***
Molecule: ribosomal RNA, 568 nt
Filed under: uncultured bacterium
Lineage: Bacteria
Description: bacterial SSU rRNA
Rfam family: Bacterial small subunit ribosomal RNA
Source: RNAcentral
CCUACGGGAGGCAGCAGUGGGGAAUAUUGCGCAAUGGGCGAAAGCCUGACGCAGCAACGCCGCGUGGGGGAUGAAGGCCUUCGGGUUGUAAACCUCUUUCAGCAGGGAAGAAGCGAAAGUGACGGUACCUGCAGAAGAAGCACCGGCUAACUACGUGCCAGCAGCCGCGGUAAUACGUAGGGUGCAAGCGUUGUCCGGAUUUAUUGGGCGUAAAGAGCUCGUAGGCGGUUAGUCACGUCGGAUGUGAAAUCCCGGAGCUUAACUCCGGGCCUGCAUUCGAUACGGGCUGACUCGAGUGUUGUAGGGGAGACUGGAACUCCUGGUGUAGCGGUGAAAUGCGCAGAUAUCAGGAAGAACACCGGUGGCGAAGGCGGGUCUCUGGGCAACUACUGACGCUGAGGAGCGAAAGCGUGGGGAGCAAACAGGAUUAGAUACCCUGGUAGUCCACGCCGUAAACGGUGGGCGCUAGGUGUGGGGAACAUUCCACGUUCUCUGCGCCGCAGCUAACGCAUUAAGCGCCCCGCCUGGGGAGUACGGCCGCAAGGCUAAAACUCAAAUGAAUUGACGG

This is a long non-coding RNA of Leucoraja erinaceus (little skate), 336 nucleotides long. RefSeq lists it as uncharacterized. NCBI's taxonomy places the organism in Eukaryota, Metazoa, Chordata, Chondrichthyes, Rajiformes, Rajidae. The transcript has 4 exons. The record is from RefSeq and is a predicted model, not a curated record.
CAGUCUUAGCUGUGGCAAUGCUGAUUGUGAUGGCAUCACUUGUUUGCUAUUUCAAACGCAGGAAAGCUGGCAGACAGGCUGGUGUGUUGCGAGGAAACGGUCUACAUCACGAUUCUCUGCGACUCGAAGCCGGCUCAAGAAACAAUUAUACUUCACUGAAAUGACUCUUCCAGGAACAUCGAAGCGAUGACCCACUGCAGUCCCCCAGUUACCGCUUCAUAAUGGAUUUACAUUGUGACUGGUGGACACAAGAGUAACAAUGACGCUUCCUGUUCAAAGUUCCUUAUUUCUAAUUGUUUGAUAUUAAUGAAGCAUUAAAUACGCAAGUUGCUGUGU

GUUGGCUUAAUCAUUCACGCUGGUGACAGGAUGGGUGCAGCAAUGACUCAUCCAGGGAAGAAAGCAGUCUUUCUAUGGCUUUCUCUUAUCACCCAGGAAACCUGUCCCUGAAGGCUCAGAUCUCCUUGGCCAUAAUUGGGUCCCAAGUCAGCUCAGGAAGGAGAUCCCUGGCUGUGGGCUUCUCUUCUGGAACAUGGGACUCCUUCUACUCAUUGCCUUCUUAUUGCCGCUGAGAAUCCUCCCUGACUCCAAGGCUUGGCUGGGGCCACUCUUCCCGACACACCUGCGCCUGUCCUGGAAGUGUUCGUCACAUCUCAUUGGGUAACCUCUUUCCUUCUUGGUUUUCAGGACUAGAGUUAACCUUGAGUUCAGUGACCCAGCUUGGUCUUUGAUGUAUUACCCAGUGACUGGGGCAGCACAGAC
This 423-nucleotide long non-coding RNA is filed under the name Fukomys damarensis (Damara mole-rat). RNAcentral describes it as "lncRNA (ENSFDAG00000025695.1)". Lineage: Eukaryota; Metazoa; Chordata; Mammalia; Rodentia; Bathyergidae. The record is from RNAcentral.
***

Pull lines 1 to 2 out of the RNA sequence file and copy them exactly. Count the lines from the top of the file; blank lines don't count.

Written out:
Molecule: ribosomal RNA, 568 nt
Filed under: uncultured bacterium